Lots of good information. You can read all of the results here.


by: Amy Canfield - Wednesday, March 6, 2013

Flight attendants aren't happy with John Pistole of the Transportation Security Administration. The TSA administrator announced this week that airline passengers soon will be allowed to carry on small pocket knives, golf clubs (two each), ski poles, billiard cues, toy baseball bats and hockey and lacrosse sticks.

The Flight Attendants Union Coalition, which represents 90,000 flight attendants, called the decision "outrageous and shortsighted, and asked Pistole to reconsider," according to a news report in the Philadelphia Inquirer. American Airlines' flight attendants union, with 16,000 members, agreed that knives of any kind should not be allowed on board.

Knives with retractable blades measuring less than 2.36 inches and narrower than a half-inch and the aforementioned athletic gear will be allowed as of April 25, bringing the United States in line with international rules.

"We believe that these proposed changes will further endanger the lives of all flight attendants and the passengers we work so hard to keep safe and secure," FAUC said, according to the news report.

The TSA said it was an "intelligence-based, risk-based decision." The biggest threat to travellers is explosives, not pocket knives or sports equipment, TSA spokesman David Castelveter told the Inquirer.


by: Amy Canfield - Monday, March 4, 2013

Passengers at the nation’s largest airports experienced long lines at some security checkpoints over the weekend, and it’s only likely to get worse, Secretary of Homeland Security Janet Napolitano said in a news report from Reuters.

Mandatory spending cuts that went into effect Friday because of the federal government’s sequestration immediately led to the elimination of overtime for Transportation Security Administration officers and customs agents. Upcoming furloughs will only make the situation worse, Napolitano told the news service.

Chicago's O'Hare International Airport, Los Angeles International Airport and Hartsfield-Jackson Atlanta International Airport had long lines—between 150 percent and 200 percent delays—Napolitano said, and advised passengers to get to their airports earlier than usual. The TSA website did not show any major delays at any U.S. airport on Monday morning, Reuters said.

Some lawmakers have accused Napolitano and other administration officials of “fear-mongering and exaggerating the impact that would be seen from the deep spending reductions known as the sequester,” which cut a total of $85 billion from government agencies between March 1 and October 1, Reuters said.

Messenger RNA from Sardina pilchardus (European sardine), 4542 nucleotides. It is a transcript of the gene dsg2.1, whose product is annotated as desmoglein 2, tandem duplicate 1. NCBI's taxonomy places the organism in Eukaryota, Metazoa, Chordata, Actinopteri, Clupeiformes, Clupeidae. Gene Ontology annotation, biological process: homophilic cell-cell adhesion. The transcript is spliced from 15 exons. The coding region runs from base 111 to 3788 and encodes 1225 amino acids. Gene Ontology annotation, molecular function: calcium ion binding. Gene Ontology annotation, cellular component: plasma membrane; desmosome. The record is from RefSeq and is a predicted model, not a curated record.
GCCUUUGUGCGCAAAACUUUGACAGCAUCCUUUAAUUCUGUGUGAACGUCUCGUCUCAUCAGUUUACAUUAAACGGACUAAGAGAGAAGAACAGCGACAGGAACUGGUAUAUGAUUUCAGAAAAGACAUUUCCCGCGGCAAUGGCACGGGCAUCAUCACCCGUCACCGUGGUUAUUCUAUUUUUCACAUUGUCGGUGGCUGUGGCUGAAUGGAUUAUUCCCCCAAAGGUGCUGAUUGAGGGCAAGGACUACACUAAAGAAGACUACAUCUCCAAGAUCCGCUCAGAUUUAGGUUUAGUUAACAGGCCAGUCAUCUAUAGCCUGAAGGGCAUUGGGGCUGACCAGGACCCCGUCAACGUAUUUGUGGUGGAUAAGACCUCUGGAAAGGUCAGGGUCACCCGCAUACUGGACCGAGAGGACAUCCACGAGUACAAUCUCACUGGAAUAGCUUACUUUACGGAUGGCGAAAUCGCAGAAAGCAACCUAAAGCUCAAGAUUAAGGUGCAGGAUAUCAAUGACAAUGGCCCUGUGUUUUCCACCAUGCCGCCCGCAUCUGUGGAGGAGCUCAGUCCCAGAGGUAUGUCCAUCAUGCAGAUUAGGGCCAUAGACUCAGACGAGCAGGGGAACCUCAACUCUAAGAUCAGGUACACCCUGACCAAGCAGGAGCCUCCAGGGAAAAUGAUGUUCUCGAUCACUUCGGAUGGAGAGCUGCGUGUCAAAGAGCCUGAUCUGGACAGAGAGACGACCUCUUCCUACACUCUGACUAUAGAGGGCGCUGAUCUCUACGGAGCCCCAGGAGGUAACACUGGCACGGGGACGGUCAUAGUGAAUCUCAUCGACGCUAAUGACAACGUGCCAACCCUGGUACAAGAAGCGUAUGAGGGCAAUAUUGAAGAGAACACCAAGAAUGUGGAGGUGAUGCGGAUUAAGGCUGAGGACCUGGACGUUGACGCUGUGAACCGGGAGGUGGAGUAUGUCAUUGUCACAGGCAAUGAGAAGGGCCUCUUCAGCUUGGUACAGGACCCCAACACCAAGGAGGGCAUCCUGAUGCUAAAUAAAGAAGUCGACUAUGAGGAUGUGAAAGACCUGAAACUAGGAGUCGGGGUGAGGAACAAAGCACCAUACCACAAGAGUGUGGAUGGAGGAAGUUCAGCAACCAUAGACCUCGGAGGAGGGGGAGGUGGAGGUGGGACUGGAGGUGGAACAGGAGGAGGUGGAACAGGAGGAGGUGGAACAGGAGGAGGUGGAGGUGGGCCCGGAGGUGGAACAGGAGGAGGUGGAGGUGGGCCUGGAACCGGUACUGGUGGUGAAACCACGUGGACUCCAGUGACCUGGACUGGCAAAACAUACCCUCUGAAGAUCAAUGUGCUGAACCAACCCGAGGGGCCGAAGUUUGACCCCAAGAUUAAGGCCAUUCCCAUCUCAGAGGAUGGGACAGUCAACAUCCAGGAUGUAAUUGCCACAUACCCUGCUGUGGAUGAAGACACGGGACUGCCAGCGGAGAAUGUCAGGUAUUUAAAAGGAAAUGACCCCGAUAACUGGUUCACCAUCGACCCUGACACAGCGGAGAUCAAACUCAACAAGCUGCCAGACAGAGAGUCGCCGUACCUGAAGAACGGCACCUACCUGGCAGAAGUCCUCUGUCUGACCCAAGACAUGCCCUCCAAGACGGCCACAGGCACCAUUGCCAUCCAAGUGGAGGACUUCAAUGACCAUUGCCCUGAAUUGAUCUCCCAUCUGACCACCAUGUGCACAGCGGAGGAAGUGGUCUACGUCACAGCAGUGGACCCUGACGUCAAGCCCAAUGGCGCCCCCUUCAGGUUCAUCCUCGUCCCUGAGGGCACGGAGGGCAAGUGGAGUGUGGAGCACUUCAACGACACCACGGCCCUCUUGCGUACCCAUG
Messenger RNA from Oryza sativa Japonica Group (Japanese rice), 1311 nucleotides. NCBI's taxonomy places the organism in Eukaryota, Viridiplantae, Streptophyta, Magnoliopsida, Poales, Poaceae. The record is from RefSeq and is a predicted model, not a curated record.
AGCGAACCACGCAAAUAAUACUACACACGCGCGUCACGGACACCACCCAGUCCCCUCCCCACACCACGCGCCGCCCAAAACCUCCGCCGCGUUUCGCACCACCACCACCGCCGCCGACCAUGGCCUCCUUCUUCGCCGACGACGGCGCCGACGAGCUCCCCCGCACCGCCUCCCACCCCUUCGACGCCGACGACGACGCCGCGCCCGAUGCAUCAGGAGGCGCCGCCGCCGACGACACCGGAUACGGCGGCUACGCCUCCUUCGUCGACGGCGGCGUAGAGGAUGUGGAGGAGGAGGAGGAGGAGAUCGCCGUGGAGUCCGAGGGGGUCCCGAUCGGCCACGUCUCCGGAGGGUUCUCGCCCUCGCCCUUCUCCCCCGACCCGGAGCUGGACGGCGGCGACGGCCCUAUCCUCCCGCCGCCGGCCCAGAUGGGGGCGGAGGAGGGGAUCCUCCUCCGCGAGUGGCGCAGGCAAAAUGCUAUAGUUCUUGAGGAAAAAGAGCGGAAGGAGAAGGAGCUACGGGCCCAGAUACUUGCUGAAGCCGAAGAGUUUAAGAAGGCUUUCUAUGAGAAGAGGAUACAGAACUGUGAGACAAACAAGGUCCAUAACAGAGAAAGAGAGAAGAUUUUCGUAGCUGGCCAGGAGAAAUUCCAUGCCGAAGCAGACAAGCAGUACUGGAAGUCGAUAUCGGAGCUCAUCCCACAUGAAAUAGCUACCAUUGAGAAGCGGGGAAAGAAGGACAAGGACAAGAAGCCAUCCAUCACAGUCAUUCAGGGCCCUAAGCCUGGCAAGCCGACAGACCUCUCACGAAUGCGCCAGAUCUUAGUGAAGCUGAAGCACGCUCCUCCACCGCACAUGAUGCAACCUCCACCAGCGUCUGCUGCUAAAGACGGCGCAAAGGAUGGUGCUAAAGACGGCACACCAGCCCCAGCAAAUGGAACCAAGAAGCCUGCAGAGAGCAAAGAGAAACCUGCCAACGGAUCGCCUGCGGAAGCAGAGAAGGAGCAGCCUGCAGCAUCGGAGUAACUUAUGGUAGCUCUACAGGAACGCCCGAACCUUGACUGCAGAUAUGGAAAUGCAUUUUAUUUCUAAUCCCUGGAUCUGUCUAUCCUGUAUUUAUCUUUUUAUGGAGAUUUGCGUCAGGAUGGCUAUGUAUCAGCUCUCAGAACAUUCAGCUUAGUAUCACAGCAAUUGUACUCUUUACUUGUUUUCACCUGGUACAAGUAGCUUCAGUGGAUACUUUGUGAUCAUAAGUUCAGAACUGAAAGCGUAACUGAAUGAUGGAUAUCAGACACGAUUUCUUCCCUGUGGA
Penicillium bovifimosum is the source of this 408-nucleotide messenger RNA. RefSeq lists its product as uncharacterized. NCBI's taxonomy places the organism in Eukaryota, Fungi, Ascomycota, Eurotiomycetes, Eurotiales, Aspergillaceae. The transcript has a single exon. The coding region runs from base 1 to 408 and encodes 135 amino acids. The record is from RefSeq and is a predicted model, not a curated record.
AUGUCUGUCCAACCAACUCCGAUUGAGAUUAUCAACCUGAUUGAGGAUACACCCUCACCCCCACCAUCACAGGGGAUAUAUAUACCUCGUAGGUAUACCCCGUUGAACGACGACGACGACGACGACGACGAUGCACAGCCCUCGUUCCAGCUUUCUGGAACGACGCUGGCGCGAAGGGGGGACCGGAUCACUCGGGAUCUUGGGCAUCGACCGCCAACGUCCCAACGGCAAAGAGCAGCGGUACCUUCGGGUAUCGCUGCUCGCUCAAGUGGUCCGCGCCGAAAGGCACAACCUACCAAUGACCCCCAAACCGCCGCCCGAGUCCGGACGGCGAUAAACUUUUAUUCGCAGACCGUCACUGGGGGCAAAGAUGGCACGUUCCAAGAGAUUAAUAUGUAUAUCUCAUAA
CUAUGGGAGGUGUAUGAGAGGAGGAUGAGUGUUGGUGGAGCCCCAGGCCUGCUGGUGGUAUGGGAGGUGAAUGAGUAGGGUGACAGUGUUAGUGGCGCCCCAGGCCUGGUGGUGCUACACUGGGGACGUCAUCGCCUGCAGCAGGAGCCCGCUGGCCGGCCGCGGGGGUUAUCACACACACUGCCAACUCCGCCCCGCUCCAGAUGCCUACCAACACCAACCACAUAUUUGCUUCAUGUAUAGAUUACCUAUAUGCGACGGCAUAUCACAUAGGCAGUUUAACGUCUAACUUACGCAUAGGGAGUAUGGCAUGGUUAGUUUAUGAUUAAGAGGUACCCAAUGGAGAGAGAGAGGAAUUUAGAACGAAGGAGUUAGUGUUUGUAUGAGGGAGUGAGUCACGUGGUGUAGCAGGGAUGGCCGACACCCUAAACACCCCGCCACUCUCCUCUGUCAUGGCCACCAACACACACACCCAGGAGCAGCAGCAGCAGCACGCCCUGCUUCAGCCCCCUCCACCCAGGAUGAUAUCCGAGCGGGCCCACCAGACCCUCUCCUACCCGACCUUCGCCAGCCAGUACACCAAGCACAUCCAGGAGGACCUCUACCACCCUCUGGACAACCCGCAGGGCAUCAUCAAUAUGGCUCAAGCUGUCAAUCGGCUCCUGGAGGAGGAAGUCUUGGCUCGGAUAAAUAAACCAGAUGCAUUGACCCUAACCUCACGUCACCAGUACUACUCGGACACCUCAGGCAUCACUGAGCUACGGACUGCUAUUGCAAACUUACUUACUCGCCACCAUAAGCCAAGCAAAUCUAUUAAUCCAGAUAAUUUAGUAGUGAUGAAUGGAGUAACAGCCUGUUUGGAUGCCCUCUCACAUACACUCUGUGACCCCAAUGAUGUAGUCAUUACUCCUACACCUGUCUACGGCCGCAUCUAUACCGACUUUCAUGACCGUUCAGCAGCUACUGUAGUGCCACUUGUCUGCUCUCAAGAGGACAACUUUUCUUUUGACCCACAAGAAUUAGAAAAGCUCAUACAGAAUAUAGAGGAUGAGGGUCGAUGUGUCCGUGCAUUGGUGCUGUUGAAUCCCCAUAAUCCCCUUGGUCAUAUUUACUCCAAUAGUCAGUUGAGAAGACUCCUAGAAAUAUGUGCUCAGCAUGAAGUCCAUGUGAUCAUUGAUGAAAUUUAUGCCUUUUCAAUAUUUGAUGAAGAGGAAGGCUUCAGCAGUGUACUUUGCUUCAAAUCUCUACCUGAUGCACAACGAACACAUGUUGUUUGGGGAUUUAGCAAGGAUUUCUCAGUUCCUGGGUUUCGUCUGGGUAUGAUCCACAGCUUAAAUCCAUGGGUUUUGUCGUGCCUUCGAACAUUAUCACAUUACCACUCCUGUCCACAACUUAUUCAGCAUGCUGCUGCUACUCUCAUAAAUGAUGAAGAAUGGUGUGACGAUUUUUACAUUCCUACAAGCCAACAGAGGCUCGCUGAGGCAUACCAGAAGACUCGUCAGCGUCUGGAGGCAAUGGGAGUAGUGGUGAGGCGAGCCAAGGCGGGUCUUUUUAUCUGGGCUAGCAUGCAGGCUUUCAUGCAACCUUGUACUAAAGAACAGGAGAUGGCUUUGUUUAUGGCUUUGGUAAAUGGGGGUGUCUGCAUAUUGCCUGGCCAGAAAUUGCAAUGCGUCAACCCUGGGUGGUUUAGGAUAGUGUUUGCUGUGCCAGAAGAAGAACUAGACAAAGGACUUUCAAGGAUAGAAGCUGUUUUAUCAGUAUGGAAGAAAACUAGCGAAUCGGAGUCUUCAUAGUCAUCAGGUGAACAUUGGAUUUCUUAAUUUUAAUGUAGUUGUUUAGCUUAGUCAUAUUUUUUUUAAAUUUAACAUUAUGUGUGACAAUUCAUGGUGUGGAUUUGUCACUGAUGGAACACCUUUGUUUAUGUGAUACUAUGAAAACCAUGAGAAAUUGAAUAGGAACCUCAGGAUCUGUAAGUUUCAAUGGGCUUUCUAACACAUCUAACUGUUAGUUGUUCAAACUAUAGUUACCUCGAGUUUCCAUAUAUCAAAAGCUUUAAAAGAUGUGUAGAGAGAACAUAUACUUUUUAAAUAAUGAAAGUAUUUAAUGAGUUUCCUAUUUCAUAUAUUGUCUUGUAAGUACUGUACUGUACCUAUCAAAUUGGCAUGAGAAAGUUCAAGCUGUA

But Napolitano said the problems were real.

"Look, people, I don't mean to scare, I mean to inform. If you're traveling, get to the airport earlier than you otherwise would," she said in the Reuters report.

She said TSA would begin sending out furlough notices to employees on Monday and Customs and Border Protection will send them out later this week.


by: Amy Canfield - Wednesday, February 27, 2013

The Transportation Security Administration has announced that five more airports will offer TSA PreCheck by April 1, bringing the total number of airports participating to 40.

Eligible passengers flying on participating airlines out of Austin-Bergstrom International, Cleveland Hopkins International, Memphis International, Nashville International and Raleigh-Durham International airports may receive TSA PreCheck benefits.

“Offering TSA PreCheck at five additional airports is a key step to including more low-risk travelers in the expedited screening process,” TSA Administrator John S. Pistole said in a prepared statement. “This pre-screening initiative helps TSA focus its resources on those individuals we know less about, and strengthens our capabilities to ensure security for travelers when they fly.”

Eligible passengers include U.S. citizens who have opted-in through Alaska Airlines, American Airlines, Delta Air Lines, United Airlines and US Airways as well as those who are members of U.S. Customs and Border Protection Trusted Traveler programs, including Global Entry, SENTRI and NEXUS. Canadian citizens traveling domestically in the United States who are members of NEXUS are also qualified.

by: Amy Canfield - Monday, February 25, 2013

More than 900 people died in mass shootings in the past six years, the majority killed by people they knew, according to a report in USA Today. The 934 deaths account for less than 1 percent of gun-related homicides, and nearly half involve a suspect slaying his or her family members.

USA Today examined FBI records and news accounts to identify 146 mass shootings since 2006 that matched the FBI definition of mass shooting, where four or more people are killed.

A separate analysis of 56 mass shootings since 2009 from a group of mayors promoting gun control reaches similar conclusions.

Fifty-seven percent of cases reported by Mayors Against Illegal Guns involved domestic violence. The group, co-founded by New York City Mayor Michael Bloomberg, is made up of more than 850 U.S. mayors.

by: Amy Canfield - Wednesday, February 20, 2013

Heard enough about sequestration and its potential impact?

Well, here's some more, pertaining to security if the automatic, across-the-board budget cuts totaling $85 billion for fiscal year 2013 go into effect March 1.

I've read numerous news reports over the past few days dealing with everything from the Department of Homeland Security saying it would be forced to shut down its research and development lab, to the TSA stating it will need to furlough employees—resulting in longer lines at airport security checkpoints. The Pentagon says is would have to furlough civilian workers as soon as April. U.S. Customs and Border Patrol says its ranks would be cut. Port security could be threatened by sequestration as well, according to a report in the U-T San Diego.

Meanwhile, some nuclear arms sites would need to put employees on unpaid leave for weeks or months. Remember the Y-12 National Security Complex in Tennessee? It would have to furlough 700 to 1,000 personnel for as much as six months, reports said.

"Clearly, these layoffs will adversely impact efforts to improve security" at Y-12, where three elderly peace activists, including an 82-year-old nun, last July reached a secured area that houses weapon-grade uranium, the Knoxville News Sentinel quoted an analysis from Democratic House Appropriations Committee members as saying.

And that's just the short list. But Y-12? Oh, my.


I just read a USA Today article on the sequestration's impact on FBI background checks for gun purchases. You can read it here.